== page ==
• Finally, if you feel your intuitive thought will be a contribution, first ask permission to offer it. Then check in afterwards, "How does that fit for you?" (ensure you are unattached).

Go Deeper with this Coach Inquiry: How do I offer my intuition without attachment?

8) OUT OF THE BOX questions and observations

Our goal as coaches is to provoke new or different perspectives/thinking. Take off those training wheels - those lists of perfect, powerful questions and instead:

  • Clear your desk of all the Sticky Notes.
  • Focus fully "over there" without your attention on yourself.
  • Connect - and breathe - with your client.
  • Access your heart and gut wisdom.
  • Let your head knowledge float freely.
  • Then allow yourself to respond to what the client offers in the moment.

Go Deeper with this Coach Inquiry: How do I access and trust my creativity?

Client shown by fisherman in boat9) DEEPLY Explore the WHO of the client

Coach the client's relationship to their issue versus the issue itself. Remember that the presenting "issue" is usually not the "real" or underlying issue.

Asking WHO questions helps the client access their innate empowering qualities such as strengths, empowering beliefs and core values - their greatness!

  • Explore for the issue underneath the issue; what is the REAL issue?
  • Explore motivation; Why is it important or meaningful for the client to address this topic now?
  • What/how are they feeling about this issue currently? How do they WANT to feel?
  • Help the client learn about themselves; explore their beliefs, values, strengths etc. related to the issue or desired outcome.

Go Deeper with this Coach Inquiry: How well do I explore my client's relationship to their issue?

10) CURIOSITY

Be curious about the larger impact or deeper meaning of the presenting goal.

Are you, the coach, authentically curious about who the client is with:

  • No need to drive your own agenda?
  • No need to be the expert of the client or their agenda/issue?
  • No need to "perform" skills, knowledge, or experience (ego)?

Are you, the coach, willing to be vulnerable (soulful)?

Top Tip: When you catch yourself starting to TELL, TEACH or suggest an ANALYSIS, pause and say the word "WHAT" instead. Then trust that a curious question for the client will follow that word. This will keep the focus and attention on the client instead of shifting it back to you. For example, instead of "I think you should _______." Ask, "WHAT do you want to do about that?"

Go Deeper with this Coach Inquiry: How fully am I willing NOT to KNOW?

Dandelion Clocks for Silence

11) Be Comfortable with "SPACIOUSNESS" and the use of SILENCE

How comfortable are you with silence? How comfortable are you with providing spaciousness for your client’s speaking or thinking?

Masterful coaching requires providing ample space for the client to think and hear themselves thinking; for speaking and hearing themselves speaking.

If silence is a stretch for you, practice:

  • Providing space after the client's thinking and speaking. Avoid rushing into their space with your next question or comment. Pause.
  • If needed, silently count "1, 2, 3" as you develop your level of comfort.
  • Avoid unnecessary, unconscious, or habitual verbal "noise" that might be distracting for the client and disrupt the flow. Examples: Yeah, Uh Huh, OK, Yup etc.

Go Deeper with this Coach Inquiry: What is my level of comfort with spaciousness or silence? What would it take for me to be more spacious with my clients?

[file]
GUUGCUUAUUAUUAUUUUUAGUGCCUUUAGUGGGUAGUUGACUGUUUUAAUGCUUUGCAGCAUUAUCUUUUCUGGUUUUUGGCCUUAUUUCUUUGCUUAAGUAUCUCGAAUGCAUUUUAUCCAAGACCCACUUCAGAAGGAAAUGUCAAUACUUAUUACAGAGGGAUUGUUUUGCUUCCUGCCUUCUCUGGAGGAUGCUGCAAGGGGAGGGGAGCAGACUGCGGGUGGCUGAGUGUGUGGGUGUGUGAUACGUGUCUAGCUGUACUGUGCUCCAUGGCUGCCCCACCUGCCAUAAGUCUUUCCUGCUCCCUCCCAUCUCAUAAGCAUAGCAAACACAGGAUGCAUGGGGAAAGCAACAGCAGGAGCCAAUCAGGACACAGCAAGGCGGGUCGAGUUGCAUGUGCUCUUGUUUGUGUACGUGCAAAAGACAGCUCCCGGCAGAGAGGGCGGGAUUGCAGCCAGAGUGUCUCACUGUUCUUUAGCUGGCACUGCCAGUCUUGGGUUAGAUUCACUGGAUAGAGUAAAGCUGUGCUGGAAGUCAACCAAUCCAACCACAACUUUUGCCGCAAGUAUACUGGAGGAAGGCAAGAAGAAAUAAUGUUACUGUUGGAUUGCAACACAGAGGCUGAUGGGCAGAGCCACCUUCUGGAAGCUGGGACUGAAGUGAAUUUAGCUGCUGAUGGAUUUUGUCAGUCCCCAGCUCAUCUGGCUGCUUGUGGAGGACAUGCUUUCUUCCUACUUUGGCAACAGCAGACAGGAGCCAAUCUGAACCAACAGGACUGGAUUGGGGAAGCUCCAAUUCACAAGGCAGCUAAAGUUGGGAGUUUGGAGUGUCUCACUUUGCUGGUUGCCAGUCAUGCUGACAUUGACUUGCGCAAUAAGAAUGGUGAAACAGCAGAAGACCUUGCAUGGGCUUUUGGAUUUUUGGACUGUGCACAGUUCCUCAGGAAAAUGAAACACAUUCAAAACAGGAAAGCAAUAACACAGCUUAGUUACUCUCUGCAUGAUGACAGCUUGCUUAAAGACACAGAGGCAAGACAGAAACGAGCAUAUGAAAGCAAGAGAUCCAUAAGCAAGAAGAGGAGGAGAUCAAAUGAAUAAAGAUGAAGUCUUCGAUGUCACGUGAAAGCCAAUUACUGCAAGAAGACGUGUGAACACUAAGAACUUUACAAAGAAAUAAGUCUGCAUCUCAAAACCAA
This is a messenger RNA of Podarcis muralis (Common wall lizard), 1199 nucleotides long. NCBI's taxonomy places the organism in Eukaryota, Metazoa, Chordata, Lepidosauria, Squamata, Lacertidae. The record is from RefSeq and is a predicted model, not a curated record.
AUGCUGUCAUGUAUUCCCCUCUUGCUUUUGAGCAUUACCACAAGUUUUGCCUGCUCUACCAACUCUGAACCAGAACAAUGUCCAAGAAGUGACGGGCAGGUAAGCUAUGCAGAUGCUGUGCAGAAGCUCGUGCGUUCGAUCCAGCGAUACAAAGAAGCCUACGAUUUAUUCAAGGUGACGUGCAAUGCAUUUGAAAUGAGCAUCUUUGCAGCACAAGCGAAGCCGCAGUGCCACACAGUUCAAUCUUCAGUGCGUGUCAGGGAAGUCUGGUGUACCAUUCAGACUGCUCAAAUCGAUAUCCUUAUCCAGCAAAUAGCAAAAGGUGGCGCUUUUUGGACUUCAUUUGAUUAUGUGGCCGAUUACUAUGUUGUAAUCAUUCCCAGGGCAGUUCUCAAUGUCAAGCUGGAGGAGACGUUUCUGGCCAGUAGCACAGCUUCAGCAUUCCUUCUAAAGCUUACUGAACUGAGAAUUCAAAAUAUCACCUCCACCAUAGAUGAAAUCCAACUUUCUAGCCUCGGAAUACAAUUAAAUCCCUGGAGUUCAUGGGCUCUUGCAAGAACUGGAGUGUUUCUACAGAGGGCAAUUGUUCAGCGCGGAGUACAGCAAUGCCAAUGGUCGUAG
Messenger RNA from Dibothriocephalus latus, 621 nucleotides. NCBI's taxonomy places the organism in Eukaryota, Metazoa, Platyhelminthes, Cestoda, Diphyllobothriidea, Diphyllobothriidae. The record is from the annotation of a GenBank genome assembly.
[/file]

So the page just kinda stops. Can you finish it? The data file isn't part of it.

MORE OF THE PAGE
12) PARTNERSHIP is more COLLABORATIVE than directive

Masterful coaching is collaborative. Here are 4 ways to create a more collaborative partnership:

  1. Understand the difference between being directive/assumptive and collaborative: Directive/Assumptive: "Which one do you want to focus on?" versus Collaborative: "How do you want to explore those two topics?"
  2. Avoid leading/directive language: Some examples of what NOT to say include: "Let's take a look at this", "Let's explore your fear", "I'm going to show you a way to _____", "Have you ever tried _____?" or "Now we're going to _____".
  3. Invite the client's partnership: Share your thinking or perspective without attachment. Examples: "What is your thought about what I just said?", "This is what my intuition is telling me, but I may be off base. What do you think about _____?"
  4. Honor and respect client's point of view: Try responding with a curious question like, "What is your limiting/empowering belief about _____?" or reflect by saying something like, "I hear you honoring your value of _____ in your point of view."

Go Deeper with this Coach Inquiry: What do I need to release in order to be a more collaborative partner?

Trees for Client Leading the Way13) Invite the Client to LEAD/Offer CHOICE

When we "Establish the Coaching Agreement", we invite the client to LEAD.

Ask the client what they think they need to address to get to their desired outcome or measure of success.

Some examples of questions to ask include:

  • What issue(s) need to be addressed?
  • What aspect of this issue is most important to address?
  • What needs to be resolved in order to achieve this outcome?
  • Specifically avoid assuming where to start coaching towards the goal.
  • Then throughout the coaching conversation, invite them to LEAD and offer CHOICE. Examples include:
  • Where do you want to go from here?
  • Of those _____ you listed, how do you want to start exploring?
  • What would you like to start with?
  • Would it be helpful to _____ right now?

Go Deeper with this Coach Inquiry: What is my attachment to leading? What do I need to release?

© 2020 Fran Fisher, MCC

Contributing Author: Fran Fisher, Master Certified Coach, MCC. is a champion for the power of coaching and its transformational impact in the world.  She is one of the pioneers of the coaching profession and a founding executive board member of the ICF. She specializes in mentoring coaches for the MCC Level. Connect with Fran on LinkedIn, Facebook and check out her free teleclasses.

If this article resonates with you, get the whole book: Calling Forth Greatness, Seven Coaching Wisdoms for Transforming Your Life, available here on Amazon in both Kindle and Paperback formats.

If you liked this article with Fran Fisher's Masterful Coach Tips, you may also like:

One Comment

  1. Marc van der Heijden

    Always good to go over these suggestion every once in a while

    Reply

Leave a Reply

Your email address will not be published.